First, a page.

[5 December 2013]
Many of the great bands in jazz didn’t really play together for all that long. Louis Armstrong’s collaboration with Earl Hines was short-lived. Duke Ellington and John Coltrane made a single one-off recording, but it’s beautiful. Sonny Rollins was just a brawny flash in the Clifford Brown/Max Roach pan. The list goes on.
One of finest bands of this sort is captured on this high quality film from the 1972 Montreux Jazz Festival: The Stan Getz Quartet featuring Chick Corea on piano and Fender Rhodes electric piano, Stanley Clarke on acoustic bass, and Tony Williams on drums.
Corea had played with Getz for a stint around 1967, and then he was off with Sarah Vaughn, then with Miles Davis, and then he formed the beginning of his “Return to Forever” band featuring Clarke on bass. But in 1971, Getz found himself without a band, a tour fully booked, and a phone call from Corea. Getz asked Corea not only to bring his band (sometimes supplemented by Airto Moriera on percussion) but also to write him a fresh book of original songs.
The result was sterling and perfectly integrated studio recording Captain Marvel, and performances like the one, live at the great Swiss jazz festival in June 1972, which featured every track but one from the recording, as well as two other tunes.
Much was made at the time of this band being Getz’s entrée to “fusion” jazz, but the truth is merely that Corea was using, very effectively, the electric piano. His original songs were every bit in Getz’s bag: pulsing and lyrical Latin jazz tunes that could shift into a spritely swing at the drop of a hat. In fact, this sound was an ingenious melding of Corea’s strength as a composer with a background in jazz with a Latin tinge and Getz’s decade-long affair with Brazilian rhythms.
A great example of this is the title song, “Captain Marvel”, that pulses with groove but never resorts to backbeat or rock feel—always burbling with polyrhythmic life and never getting flat. The song is instantly memorable and even anthemic, with a staccato melody that is hard to forget. Imagining this song with the Rhodes sound seems silly; Rhodes gives “Marvel” its pop and sparkle.
The electric piano works equally well, though, on the standard ballad, “I Remember Clifford”, hardly fusion, where Corea plays a lovely intro on Rhodes, which leads into a sweet, slightly skipping melody statement by Getz, with Williams working his snare and cymbals with brushes, just so. The electric piano doesn’t get in the way of Getz’s famously gorgeous tone in any way. In fact, it proves to be a perfect complement: pulsing with a kind of orchestral modulation at key moments, with Getz swooping in and covering things with his thick and tender sound.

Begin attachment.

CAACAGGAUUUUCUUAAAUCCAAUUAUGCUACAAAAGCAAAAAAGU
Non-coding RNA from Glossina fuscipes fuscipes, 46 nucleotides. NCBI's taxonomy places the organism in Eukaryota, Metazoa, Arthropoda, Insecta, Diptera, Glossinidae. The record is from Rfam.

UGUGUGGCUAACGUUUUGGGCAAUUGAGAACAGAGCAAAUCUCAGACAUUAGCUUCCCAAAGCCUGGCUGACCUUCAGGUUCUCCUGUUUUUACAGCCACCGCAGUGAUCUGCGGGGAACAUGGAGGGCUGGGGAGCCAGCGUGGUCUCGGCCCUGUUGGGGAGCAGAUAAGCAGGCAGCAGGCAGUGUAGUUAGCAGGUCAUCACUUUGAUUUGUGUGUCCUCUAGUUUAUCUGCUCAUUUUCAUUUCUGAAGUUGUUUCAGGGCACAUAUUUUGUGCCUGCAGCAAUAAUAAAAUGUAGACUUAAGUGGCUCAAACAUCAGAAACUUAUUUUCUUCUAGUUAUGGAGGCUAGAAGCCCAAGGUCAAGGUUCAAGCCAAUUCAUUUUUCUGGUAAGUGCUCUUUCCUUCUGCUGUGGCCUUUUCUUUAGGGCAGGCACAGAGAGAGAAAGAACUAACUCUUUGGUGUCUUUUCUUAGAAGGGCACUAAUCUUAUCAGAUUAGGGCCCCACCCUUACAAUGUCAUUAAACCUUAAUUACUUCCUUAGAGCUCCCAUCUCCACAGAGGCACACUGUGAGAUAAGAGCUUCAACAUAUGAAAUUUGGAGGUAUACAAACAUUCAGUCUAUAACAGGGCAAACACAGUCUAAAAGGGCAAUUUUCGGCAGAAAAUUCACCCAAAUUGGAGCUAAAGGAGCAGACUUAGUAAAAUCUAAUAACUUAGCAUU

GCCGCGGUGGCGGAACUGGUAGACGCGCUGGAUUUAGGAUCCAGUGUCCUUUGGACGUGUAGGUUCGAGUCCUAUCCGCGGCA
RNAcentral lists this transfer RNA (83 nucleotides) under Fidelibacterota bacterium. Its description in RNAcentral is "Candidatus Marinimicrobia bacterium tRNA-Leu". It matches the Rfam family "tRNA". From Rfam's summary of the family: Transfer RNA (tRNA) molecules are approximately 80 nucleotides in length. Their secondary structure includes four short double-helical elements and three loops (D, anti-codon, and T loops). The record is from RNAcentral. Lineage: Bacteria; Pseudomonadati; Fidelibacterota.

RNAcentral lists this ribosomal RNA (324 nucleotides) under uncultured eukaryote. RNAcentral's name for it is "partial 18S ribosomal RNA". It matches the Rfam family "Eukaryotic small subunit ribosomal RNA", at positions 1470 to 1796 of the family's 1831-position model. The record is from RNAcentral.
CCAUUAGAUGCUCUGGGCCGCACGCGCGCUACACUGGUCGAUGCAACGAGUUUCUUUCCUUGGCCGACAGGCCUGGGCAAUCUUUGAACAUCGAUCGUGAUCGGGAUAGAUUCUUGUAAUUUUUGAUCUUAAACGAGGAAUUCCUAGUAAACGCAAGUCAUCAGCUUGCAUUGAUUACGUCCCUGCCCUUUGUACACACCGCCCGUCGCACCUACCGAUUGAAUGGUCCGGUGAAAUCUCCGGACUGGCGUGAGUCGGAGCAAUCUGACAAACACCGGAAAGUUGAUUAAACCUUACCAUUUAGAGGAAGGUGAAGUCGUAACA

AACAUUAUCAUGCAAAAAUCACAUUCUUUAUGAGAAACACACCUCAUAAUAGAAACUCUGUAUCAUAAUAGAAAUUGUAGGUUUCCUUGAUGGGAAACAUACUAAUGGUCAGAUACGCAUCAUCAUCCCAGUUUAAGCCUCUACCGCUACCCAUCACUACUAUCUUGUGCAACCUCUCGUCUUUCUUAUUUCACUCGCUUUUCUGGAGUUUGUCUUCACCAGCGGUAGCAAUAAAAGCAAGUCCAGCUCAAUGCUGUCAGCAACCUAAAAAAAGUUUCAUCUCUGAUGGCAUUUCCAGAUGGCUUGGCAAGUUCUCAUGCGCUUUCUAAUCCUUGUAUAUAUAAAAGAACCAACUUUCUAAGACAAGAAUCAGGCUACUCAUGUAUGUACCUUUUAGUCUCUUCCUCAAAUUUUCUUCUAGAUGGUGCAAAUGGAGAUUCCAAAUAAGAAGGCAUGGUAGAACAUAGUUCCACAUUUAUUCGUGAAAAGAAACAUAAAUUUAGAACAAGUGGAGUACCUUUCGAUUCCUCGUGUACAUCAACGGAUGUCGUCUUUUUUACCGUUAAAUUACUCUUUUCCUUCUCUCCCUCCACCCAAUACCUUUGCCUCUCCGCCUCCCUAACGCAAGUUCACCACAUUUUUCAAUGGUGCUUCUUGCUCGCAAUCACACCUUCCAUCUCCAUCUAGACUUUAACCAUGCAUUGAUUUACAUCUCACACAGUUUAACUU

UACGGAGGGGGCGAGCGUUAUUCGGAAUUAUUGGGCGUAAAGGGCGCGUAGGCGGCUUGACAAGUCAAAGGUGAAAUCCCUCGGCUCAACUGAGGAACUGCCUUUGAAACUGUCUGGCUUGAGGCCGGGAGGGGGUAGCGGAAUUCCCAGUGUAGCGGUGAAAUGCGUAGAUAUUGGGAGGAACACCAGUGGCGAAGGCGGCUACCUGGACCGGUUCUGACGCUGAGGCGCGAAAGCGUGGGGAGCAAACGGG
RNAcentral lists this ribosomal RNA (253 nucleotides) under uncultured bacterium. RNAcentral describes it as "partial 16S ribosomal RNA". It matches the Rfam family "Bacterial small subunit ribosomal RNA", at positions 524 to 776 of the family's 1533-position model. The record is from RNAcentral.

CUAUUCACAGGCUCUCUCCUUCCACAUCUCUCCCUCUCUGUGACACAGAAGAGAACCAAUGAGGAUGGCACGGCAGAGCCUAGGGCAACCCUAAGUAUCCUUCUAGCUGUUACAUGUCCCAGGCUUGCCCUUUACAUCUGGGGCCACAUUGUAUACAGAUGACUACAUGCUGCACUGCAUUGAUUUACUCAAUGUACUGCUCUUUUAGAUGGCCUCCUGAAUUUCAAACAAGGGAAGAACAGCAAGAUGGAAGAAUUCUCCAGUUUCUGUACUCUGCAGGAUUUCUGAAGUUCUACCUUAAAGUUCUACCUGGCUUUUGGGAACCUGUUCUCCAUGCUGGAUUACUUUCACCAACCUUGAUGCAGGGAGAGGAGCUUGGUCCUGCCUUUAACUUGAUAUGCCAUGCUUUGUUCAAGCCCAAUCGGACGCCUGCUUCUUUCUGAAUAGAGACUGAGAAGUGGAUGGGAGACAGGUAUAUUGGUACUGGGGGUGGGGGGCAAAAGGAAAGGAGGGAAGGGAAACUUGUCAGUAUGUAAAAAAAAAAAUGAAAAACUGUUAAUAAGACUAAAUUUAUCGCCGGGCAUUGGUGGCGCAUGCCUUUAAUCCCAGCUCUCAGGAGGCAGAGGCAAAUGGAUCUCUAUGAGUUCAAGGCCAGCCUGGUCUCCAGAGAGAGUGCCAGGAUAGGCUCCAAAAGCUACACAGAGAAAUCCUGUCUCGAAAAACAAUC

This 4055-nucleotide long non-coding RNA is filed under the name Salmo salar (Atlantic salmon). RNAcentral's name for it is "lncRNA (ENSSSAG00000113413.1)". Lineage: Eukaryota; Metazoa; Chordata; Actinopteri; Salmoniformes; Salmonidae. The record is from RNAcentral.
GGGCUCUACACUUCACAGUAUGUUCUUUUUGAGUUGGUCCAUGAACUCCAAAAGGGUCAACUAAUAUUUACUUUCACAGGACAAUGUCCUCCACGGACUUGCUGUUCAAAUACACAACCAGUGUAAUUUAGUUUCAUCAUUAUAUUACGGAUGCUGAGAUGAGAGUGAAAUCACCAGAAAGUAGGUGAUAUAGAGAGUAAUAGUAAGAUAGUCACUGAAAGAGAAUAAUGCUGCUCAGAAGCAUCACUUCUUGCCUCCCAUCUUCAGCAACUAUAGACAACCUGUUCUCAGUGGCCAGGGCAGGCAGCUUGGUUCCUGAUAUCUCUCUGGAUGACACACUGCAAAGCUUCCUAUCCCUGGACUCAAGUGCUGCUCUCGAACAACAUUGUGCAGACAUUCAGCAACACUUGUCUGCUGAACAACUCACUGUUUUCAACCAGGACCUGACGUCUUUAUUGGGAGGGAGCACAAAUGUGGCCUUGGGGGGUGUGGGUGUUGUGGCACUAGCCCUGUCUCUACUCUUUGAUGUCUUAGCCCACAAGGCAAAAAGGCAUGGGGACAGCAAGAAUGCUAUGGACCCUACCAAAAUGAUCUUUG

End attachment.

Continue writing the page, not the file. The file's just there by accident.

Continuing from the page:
Clarke’s playing is equally ripe and clear. His tone on acoustic bass has always been distinctive, and on this date he is playing many double-stop sections where he seems to be strumming the big fiddle like it was a ukulele. His partnership with Williams is something wonderful, as neither holds back. Tony Williams seems to be relishing the chance to play behind a soloist as fully in command as Getz. His snare strikes are sharp, his crash cymbal takes your breath away, and the distinctive way that he uses the high-hat on nearly every eighth note of certain passages of “La Fiesta” is utterly distinctive.
When the rhythm section is on its own, behind Corea’s “La Fiesta” solo, for example, it does seem like they lift off into some new territory, somewhere beyond Getz’s normal reach. But that fresh ground isn’t fusion but rather a marvelously edgy space where the freedoms of Corea’s band Circle are nearly present in the dancing rhythms of the tune. Getz never seems uncomfortable with his new, young band. In fact, he presides over it with a hip middle-aged grace, ready to come back in with the melody statement at the right moment, stronger than he sounder at any other time in his career.
A few words about the year 1972. Man, is Getz’s outfit awesome: a white knit sweater in short sleeves with red and blue color blocks making him look like a leisure suit Mondrian, cream-colored pants (tight), and white shoes. And Williams, holy color saturation, man: blood-red flare pants, topped by a magenta colored shirt with a generous pointed collar. Williams is skinny and incredible, and the DVD arguably climaxes with his spectacular and inventive solo on Corea’s “Time Lies”. But then Getz comes in with his solo, and it amounts to a scintillating duel with Williams, the older master going toe-to-toe with this young guy, no fear at all.
This music, like the fashion, is bold, colorful, bracing, a joy to look back on. This was a great, if short-lived, band. Corea would go on to Return to Forever, greater fame, but never greater music, perhaps. Getz would never have as good band, arguably (though his selection of pianists can’t be questioned: Joanne Brackeen, Jim McNeely, Kenny Barron). And the sound of these songs turns out not to be locked in its era like “fusion” might be. Instead, this mostly Latin jazz sounds like stuff for the ages.